Terminal Consumption is a monthly reviews column focused on the shadowy margins of punk and hardcore.
Behavior—375 Images of Angels [Iron Lung]
With 375 Images of Angels, Los Angeles trio Behavior emerges with a creaky, dour, willfully addled rock full-length that sounds stippled with pretty flecks of rust and leery of its own tenuous connection to punk. Passages of mean-spirited churn abut busted ballads and instrumentals composed of guitar harmonics and skittering cymbal, disparate tendencies unified by the vocalist’s bleating, miserablist wail.
It’s tempting to peg 375 Images of Angels as a rebuff to punk convention, but that’s too limiting. The mood seems less contrarian and more intrepid, preoccupied with letting the collaborative whims of three distinct players arrive at illogical conclusions. At minimum, Behavior is akin to Institute’s downtrodden anti-hymns, or the bleary, inventive post-punk pulsations of Total Control, but 375 Images of Angels’ riskiest tracks—the ones that eschew coherent beats or coherent riffs for minutes at a time—evoke improvisers’ oft-professed quest for non-idiomatic expression.
To that end, 375 Images of Angels’ recording is clear and dry, foregrounding a drummer capable of both ghost notes and pugilistic hardcore beats; a guitarist interested in brittle, tuneless clang and glassy non-riffs alike; and a bassist bold enough to subtly undermine Behavior’s scree with spindly melodies. Together on highlights such as “Dry Swift Horse,” “78,” and “For Contempt,” they seem to challenge and provoke one another as much, if not more, than the audience.
375 Images of Angels’ listing on the reigning West Coast punk and hardcore label Iron Lung’s website begins with a lengthy John Cage quote, in which the composer remembers observing a mechanized pen’s inky malfunction. Discipline, gone awry. It’s a resonant tidbit. But the album’s lyrics contain their own poetic analogies. “Outfit,” for instance, initially echoes Tom Verlaine in Television’s “Venus De Milo”: “And then Nikki said / What if we dressed like cops? / Think of what we could do.” Then comes an original proposition: “What if we dressed like the weather?” It’s an apt little pivot: away from homage to a tangentially punk band and towards the absurdist brinkmanship at Behavior’s core.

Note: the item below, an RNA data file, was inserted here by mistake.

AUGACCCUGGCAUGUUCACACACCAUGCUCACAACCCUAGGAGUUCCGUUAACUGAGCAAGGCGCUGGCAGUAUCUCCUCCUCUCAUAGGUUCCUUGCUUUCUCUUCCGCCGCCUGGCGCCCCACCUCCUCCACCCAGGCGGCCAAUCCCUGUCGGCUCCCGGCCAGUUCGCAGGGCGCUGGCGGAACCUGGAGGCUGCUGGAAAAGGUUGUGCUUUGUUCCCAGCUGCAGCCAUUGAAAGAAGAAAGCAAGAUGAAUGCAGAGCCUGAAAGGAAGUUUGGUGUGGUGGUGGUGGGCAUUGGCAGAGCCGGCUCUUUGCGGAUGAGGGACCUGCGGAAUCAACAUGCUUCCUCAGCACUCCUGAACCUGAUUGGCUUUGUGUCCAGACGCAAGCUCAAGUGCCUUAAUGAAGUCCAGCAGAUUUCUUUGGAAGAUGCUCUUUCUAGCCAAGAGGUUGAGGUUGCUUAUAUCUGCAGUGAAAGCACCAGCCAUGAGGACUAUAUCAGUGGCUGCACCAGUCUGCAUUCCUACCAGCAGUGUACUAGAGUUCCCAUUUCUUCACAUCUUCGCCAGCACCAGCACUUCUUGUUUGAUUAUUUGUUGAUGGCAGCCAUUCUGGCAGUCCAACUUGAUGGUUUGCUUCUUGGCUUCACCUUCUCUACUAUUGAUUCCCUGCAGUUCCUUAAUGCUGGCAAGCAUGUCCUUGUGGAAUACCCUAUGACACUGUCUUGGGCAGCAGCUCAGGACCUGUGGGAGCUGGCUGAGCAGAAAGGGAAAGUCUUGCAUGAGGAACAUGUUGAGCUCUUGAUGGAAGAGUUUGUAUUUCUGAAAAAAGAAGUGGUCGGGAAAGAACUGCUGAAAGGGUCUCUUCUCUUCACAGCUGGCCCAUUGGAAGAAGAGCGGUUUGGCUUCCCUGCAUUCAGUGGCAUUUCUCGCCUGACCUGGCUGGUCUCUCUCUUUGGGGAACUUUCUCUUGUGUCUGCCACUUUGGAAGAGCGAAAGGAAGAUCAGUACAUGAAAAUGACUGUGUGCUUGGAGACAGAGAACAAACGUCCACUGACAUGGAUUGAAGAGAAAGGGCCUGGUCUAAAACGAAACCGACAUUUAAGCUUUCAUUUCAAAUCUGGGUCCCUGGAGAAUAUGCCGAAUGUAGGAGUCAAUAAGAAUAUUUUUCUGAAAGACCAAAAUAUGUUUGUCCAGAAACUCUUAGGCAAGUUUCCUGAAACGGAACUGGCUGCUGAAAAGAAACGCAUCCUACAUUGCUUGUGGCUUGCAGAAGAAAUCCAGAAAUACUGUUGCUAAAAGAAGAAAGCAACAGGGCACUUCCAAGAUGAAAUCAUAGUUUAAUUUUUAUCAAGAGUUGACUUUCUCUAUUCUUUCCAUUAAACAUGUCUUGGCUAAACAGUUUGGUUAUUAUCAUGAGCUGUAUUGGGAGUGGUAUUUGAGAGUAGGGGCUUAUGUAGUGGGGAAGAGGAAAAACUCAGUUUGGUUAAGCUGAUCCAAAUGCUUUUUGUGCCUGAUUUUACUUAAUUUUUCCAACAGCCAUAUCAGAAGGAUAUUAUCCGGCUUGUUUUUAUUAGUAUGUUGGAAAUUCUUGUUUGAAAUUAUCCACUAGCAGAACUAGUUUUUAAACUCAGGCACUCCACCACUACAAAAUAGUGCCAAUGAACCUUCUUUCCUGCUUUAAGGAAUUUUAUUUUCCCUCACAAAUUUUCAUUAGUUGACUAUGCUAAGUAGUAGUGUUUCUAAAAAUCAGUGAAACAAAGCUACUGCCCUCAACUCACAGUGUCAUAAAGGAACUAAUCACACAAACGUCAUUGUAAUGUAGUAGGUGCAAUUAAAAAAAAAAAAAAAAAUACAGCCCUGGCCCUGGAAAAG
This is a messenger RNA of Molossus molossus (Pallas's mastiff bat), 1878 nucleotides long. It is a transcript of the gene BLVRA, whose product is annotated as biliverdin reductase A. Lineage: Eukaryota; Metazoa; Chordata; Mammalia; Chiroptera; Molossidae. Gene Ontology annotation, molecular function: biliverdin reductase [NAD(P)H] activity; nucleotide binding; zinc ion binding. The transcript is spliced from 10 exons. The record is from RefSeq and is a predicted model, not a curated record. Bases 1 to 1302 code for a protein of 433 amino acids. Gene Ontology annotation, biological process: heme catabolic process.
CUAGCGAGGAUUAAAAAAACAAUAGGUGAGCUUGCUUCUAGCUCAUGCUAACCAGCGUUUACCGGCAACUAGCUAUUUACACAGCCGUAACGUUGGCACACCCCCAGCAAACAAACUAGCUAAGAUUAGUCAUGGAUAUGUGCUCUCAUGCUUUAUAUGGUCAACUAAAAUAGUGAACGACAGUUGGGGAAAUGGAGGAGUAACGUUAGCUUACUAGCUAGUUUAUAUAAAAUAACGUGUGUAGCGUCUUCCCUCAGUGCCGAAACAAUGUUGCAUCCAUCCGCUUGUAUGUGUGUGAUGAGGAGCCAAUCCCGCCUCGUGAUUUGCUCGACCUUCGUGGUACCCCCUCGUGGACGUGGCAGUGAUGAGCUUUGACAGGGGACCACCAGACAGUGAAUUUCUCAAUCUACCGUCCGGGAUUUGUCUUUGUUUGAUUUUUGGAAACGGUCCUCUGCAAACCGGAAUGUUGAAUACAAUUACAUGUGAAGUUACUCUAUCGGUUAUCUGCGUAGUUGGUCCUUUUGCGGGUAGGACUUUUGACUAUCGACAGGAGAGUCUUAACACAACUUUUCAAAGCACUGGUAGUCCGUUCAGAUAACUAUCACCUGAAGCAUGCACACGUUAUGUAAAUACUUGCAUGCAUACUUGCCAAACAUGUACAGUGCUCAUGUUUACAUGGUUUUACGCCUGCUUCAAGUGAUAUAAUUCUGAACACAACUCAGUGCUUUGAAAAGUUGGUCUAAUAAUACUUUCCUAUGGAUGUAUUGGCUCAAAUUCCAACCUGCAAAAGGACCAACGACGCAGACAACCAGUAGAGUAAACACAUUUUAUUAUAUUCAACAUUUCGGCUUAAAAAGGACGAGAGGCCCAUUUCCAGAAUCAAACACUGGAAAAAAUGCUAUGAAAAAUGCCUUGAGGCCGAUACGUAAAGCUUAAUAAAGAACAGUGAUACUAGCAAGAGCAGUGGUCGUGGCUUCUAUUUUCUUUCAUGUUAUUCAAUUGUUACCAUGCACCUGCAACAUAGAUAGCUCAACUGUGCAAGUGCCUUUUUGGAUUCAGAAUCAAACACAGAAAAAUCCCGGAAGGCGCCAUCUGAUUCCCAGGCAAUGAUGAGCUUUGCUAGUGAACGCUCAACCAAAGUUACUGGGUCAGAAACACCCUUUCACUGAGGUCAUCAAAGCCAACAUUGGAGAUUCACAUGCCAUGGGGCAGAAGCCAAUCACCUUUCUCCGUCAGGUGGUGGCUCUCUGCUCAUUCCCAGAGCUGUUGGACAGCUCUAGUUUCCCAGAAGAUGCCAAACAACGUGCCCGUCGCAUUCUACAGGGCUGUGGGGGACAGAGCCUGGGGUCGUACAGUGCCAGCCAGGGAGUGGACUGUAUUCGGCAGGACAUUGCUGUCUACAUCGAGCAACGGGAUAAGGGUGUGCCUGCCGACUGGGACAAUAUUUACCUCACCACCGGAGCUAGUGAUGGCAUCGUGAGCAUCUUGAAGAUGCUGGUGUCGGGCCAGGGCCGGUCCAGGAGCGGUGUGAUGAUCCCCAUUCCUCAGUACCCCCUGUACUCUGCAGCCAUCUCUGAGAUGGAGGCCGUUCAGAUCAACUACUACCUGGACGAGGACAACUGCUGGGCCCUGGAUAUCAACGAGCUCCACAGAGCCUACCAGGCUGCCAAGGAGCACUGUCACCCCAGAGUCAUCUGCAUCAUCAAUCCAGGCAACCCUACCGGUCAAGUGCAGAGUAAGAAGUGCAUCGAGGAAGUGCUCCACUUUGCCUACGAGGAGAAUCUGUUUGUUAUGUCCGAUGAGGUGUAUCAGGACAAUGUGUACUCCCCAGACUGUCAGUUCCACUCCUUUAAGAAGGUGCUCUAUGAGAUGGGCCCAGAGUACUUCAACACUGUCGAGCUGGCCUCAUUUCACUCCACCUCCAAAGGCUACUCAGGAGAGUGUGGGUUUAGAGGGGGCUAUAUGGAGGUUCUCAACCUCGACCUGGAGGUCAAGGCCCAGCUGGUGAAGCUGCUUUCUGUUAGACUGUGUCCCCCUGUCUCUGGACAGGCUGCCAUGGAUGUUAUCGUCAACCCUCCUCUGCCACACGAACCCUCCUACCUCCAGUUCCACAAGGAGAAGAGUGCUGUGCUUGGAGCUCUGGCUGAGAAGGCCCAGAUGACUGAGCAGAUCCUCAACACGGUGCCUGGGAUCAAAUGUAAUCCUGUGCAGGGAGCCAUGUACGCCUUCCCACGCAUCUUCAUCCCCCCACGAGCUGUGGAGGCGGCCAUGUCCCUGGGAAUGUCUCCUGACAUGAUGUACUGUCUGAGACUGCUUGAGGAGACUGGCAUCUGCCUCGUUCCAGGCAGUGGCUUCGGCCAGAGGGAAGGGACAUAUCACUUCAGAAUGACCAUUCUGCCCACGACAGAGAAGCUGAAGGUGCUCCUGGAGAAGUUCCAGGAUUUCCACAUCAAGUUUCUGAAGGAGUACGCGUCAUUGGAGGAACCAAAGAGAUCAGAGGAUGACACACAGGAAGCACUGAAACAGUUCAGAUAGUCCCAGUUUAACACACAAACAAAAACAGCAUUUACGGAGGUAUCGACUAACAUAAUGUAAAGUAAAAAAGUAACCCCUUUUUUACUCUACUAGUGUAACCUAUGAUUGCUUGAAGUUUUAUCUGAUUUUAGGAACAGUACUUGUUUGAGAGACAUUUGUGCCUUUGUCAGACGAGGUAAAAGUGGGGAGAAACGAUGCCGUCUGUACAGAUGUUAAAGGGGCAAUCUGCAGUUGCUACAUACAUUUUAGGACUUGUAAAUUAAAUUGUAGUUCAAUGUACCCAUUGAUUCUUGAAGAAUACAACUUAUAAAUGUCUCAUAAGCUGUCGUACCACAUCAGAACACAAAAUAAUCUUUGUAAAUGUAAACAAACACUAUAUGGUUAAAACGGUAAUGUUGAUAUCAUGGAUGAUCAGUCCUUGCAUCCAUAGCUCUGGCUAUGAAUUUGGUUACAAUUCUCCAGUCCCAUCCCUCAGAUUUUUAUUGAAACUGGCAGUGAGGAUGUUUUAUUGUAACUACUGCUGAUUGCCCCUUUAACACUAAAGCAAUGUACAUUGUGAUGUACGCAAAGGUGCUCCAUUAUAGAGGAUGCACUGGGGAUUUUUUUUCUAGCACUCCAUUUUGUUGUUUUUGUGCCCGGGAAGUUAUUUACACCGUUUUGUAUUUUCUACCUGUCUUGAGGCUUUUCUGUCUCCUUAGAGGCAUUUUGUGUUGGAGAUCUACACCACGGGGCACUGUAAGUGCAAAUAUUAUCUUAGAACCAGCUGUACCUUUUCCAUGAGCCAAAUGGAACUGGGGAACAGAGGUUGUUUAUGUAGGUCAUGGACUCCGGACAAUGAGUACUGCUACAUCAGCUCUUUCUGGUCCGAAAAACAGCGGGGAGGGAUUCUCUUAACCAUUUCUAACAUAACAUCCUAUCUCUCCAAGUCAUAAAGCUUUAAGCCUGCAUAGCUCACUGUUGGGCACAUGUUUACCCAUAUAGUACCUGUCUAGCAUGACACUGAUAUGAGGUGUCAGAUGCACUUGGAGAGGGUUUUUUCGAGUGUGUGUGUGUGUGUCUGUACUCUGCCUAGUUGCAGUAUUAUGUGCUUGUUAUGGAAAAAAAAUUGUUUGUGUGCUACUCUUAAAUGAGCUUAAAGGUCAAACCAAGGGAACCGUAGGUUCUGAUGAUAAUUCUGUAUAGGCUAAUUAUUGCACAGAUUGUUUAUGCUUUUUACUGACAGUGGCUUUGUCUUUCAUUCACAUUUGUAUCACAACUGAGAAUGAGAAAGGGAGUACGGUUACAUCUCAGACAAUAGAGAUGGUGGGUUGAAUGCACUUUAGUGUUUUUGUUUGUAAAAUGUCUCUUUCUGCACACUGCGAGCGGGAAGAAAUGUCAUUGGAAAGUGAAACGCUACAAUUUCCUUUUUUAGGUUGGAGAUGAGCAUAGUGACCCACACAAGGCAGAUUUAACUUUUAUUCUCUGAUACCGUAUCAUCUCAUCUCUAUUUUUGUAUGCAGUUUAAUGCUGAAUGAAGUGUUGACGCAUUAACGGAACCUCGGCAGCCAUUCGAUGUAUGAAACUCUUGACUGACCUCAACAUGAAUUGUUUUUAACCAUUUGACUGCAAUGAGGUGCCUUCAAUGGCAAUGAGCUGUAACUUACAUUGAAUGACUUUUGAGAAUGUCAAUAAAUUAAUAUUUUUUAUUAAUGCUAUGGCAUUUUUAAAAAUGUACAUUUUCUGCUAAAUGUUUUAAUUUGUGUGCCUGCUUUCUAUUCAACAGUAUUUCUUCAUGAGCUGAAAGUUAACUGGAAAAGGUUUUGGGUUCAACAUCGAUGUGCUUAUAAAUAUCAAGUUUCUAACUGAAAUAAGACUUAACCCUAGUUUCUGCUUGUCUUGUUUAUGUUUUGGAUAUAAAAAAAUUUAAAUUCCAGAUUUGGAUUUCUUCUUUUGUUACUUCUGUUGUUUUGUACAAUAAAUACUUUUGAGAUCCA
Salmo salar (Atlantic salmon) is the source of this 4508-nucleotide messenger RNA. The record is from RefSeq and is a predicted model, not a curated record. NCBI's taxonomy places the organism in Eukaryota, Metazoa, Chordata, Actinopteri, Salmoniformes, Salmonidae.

Deformity: Bug Collection [D4MT Labs] & Beta Boys: Real Rockers [Lumpy/Eat the Life]
In 1976, Crime appeared with the self-released “Hot Wire My Heart” single and one bold claim: “San Francisco’s First and Only Rock ‘n Roll Band.” Crime was skeptical of the incipient term “punk,” opting to situate its indisputably punk music and autonomous operation explicitly in another, longer-running tradition: rock. Crime was image-conscious and suspicious of trends, but the pro-rock stance has recurred in punk ever since, often to oppose scene politicization, emphasize traditional guitar tropes, or reinstate churlish individualism (“garage rock” revivalism, one could argue, is an ongoing effort to do all three). Deformity and Beta Boys respectively typify the latter two inclinations.